Here’s a question I get pretty often: why feet? And I answer, because I love feet. And usually I’ll add a comment about how it’s a good thing I’m not a gastroenterologist or a urologist or something along those lines.
In over 11 years of practicing NYC podiatry, I’ve had the pleasure of seeing some, shall we say, interesting feet. Toes that, due to nature or nurture, point to many different directions of the compass and feet that look, well, painful. However, some of these feet are brought in by their owners due to severe, chronic pain, while others are functioning just fine. So what’s normal? Let’s find out.
As Leonardo da Vinci once famously said: “The foot is a masterpiece of engineering and a work of art.” That may be true, although I would argue that most brains, hearts, lungs, and other vital organs are just as much a masterpiece, with one crucial difference. Most kidneys, livers, and colons look pretty similar, and are nearly indistinguishable in basic anatomy and function between members of the human race, while feet are unique, distinguishing each of us from our fellows. And for most of us, although there is no “normal” foot, there is an average foot, and even those who veer away from the average manage to function well, albeit with the occasional ingrown nail or plantar fasciitis, and whatever surprises our parents have cooked up for us in the genetic soup of our DNA, as well as the vicissitudes of bipedal locomotion.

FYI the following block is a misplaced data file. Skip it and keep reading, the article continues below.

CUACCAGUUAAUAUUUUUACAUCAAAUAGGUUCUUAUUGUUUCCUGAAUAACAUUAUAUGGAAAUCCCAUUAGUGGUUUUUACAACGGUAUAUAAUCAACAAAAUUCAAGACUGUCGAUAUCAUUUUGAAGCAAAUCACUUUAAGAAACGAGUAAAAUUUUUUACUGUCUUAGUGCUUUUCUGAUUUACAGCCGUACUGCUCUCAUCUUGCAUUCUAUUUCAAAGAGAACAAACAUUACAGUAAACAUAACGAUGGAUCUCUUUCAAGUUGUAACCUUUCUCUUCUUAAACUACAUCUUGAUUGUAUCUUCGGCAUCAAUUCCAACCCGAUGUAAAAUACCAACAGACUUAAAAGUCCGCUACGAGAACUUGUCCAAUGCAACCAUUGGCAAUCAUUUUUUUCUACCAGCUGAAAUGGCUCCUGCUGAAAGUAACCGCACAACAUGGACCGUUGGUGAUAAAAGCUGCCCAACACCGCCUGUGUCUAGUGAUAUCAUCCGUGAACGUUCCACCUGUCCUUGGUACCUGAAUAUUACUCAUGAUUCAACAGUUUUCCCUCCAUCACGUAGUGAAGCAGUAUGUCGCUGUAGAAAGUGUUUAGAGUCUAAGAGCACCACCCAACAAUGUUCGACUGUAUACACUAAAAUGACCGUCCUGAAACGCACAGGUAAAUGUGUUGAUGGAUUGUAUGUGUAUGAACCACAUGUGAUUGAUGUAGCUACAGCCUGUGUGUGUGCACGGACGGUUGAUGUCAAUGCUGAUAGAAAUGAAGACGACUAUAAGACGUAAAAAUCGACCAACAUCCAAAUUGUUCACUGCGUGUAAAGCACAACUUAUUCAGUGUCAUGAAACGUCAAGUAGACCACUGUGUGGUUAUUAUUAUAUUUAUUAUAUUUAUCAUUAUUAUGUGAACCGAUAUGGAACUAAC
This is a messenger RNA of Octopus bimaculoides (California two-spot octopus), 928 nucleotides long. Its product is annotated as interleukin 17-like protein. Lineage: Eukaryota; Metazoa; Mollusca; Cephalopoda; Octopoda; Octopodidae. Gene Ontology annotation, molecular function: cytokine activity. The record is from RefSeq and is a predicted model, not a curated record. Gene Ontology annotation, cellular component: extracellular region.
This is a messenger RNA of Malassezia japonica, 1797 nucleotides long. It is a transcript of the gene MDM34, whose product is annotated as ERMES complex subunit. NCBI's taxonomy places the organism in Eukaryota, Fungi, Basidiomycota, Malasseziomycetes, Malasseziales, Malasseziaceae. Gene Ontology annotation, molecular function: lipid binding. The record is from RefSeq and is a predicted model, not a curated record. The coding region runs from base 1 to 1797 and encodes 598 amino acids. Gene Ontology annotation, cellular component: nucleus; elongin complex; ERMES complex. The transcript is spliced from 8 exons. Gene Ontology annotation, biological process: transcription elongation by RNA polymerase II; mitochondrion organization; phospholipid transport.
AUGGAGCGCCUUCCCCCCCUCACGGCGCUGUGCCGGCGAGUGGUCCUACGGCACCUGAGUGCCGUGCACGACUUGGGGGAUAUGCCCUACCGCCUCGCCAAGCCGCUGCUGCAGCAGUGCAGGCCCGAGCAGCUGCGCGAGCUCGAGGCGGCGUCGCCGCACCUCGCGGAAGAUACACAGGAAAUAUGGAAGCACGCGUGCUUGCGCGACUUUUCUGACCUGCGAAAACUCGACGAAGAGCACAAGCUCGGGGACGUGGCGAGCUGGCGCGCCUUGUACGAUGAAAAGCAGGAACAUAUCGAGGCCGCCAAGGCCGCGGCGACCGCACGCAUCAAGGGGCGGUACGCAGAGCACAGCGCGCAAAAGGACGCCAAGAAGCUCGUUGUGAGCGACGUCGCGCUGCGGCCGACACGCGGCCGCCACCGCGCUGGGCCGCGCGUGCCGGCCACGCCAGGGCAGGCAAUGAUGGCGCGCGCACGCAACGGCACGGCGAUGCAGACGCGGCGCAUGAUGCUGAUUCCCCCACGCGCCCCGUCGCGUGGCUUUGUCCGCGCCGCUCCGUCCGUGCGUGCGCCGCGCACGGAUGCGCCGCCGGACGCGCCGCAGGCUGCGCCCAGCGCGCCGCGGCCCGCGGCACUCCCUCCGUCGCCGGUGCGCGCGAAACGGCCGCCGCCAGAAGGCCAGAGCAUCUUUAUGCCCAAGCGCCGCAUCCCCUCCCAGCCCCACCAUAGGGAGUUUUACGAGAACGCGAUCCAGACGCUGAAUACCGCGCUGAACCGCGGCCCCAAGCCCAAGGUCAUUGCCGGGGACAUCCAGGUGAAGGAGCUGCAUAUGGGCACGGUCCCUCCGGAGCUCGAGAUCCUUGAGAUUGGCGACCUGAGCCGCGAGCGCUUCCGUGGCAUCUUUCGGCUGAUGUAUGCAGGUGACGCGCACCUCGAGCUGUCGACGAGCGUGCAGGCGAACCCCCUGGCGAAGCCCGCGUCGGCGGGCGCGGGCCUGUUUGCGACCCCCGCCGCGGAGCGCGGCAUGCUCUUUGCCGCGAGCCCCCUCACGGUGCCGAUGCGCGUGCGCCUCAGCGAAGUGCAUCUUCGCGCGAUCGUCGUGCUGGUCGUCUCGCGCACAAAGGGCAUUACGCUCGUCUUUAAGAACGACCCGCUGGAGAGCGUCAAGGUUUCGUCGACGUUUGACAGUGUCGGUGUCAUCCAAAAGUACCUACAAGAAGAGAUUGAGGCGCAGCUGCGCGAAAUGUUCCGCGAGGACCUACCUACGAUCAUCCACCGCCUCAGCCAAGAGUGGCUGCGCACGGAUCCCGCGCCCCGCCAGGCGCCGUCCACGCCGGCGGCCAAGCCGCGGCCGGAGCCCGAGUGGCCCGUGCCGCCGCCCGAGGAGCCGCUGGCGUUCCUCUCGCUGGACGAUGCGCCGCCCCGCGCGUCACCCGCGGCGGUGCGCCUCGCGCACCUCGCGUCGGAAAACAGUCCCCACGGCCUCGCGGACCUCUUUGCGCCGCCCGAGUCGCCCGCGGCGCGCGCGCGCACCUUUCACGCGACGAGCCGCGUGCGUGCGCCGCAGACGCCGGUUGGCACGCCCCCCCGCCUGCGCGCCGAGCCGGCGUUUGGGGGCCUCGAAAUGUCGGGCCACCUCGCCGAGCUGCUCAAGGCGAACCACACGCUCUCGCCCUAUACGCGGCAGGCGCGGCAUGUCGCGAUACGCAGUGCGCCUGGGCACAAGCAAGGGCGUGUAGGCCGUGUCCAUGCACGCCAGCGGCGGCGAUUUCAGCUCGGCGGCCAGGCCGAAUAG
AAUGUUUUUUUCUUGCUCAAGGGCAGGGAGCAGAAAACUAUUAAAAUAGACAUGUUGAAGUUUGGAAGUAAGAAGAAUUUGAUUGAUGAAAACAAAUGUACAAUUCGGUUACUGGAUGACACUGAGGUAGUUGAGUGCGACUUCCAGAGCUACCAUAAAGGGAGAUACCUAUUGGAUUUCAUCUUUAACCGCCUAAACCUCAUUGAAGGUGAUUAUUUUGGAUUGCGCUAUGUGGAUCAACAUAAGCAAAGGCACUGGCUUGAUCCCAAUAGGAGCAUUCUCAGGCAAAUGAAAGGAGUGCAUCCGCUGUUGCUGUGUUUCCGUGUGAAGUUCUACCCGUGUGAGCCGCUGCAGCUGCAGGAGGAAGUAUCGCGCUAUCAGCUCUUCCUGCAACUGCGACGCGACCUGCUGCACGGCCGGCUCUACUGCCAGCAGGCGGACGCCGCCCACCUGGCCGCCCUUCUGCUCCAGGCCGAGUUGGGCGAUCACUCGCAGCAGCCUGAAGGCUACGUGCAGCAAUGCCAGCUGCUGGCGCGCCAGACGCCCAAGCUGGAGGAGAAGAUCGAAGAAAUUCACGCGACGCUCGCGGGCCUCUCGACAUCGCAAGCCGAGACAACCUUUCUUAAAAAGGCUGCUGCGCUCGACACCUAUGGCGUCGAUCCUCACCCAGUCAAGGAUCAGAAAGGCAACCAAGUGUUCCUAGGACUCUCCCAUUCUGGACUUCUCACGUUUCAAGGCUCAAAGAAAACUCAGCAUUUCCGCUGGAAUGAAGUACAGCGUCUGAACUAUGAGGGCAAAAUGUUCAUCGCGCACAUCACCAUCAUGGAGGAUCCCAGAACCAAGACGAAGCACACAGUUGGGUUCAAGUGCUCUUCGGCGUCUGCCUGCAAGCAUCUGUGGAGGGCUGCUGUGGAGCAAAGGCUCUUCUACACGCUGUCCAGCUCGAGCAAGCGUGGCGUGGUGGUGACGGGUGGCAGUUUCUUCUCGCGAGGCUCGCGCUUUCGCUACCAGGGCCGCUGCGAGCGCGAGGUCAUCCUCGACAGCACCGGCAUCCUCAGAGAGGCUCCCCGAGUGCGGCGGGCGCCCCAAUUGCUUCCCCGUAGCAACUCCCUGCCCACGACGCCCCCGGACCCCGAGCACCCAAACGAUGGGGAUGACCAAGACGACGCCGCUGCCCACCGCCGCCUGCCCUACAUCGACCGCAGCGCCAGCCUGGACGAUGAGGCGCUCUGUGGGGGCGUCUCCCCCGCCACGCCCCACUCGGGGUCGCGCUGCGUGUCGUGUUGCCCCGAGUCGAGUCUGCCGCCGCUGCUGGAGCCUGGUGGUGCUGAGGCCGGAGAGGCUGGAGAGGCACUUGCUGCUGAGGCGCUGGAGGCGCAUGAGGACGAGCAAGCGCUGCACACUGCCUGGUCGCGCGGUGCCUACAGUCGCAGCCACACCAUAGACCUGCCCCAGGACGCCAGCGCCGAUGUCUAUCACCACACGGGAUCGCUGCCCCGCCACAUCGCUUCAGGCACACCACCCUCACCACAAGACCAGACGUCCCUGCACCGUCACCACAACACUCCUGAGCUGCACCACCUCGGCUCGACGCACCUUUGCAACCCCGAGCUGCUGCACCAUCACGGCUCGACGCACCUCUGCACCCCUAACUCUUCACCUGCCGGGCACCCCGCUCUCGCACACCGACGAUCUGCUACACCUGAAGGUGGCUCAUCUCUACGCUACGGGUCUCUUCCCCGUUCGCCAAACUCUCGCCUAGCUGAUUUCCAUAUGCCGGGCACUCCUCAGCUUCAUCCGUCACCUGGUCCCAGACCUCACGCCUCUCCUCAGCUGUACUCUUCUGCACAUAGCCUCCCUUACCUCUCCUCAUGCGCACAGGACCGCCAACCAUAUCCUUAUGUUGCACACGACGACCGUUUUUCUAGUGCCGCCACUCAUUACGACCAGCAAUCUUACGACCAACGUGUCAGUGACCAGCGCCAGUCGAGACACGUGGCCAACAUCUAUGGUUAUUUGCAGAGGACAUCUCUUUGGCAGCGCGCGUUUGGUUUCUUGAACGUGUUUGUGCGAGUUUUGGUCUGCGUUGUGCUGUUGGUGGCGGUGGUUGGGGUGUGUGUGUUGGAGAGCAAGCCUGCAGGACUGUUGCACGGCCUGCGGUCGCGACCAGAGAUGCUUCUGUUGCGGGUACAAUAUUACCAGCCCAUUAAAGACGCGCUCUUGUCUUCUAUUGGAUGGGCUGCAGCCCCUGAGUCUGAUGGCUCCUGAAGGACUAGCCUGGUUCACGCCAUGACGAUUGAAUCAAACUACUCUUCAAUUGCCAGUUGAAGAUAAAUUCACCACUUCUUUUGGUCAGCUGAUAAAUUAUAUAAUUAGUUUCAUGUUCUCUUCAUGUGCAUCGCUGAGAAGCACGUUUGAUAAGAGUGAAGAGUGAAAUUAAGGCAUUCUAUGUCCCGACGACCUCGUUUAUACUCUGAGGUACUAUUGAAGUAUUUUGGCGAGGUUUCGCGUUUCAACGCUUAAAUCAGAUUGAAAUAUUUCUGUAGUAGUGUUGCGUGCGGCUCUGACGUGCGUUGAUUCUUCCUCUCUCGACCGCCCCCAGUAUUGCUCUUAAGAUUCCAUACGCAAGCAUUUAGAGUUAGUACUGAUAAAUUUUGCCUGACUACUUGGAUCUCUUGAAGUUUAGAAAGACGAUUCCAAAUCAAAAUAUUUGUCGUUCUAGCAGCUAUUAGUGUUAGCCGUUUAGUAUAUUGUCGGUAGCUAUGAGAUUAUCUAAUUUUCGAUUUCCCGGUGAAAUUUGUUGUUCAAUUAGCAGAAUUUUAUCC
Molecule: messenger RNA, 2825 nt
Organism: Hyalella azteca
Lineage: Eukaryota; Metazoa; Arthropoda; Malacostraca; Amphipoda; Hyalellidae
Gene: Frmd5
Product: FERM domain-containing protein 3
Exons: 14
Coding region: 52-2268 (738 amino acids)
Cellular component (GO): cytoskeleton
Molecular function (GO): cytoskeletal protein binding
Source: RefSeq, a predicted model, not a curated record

Dr. Lowell Scott Weil, team podiatrist for the Chicago White Sox and Bears, once remarked that he had seen some rather unusual feet in his day. And those feet were attached to athletes who were at the top of their game in professional sports. Many feet trample into my office that look painful, and though I’m tempted to treat that flat foot, severe bunion, or nasty hammertoe, the foot is actually functioning well. Sometimes a very flexible foot type can produce a bunion that is not painful and a flat foot can function better than one with an arch. The bottom line is that function is more important than form. If there is pain, it’s important to ascertain the biomechanical and structural source of the problem and if there is no pain, no matter how funky the foot may look, it’s ok to observe and treat conservatively, or not treat at all.
So, if your feet won’t win any modeling contests, fear not. Steven Tyler has been running around the stage for years with a podiatrist’s dream at the end of his high profile legs. And has he stopped in even once to see his friendly local NYC podiatrist? Dream on.
See you in the office.
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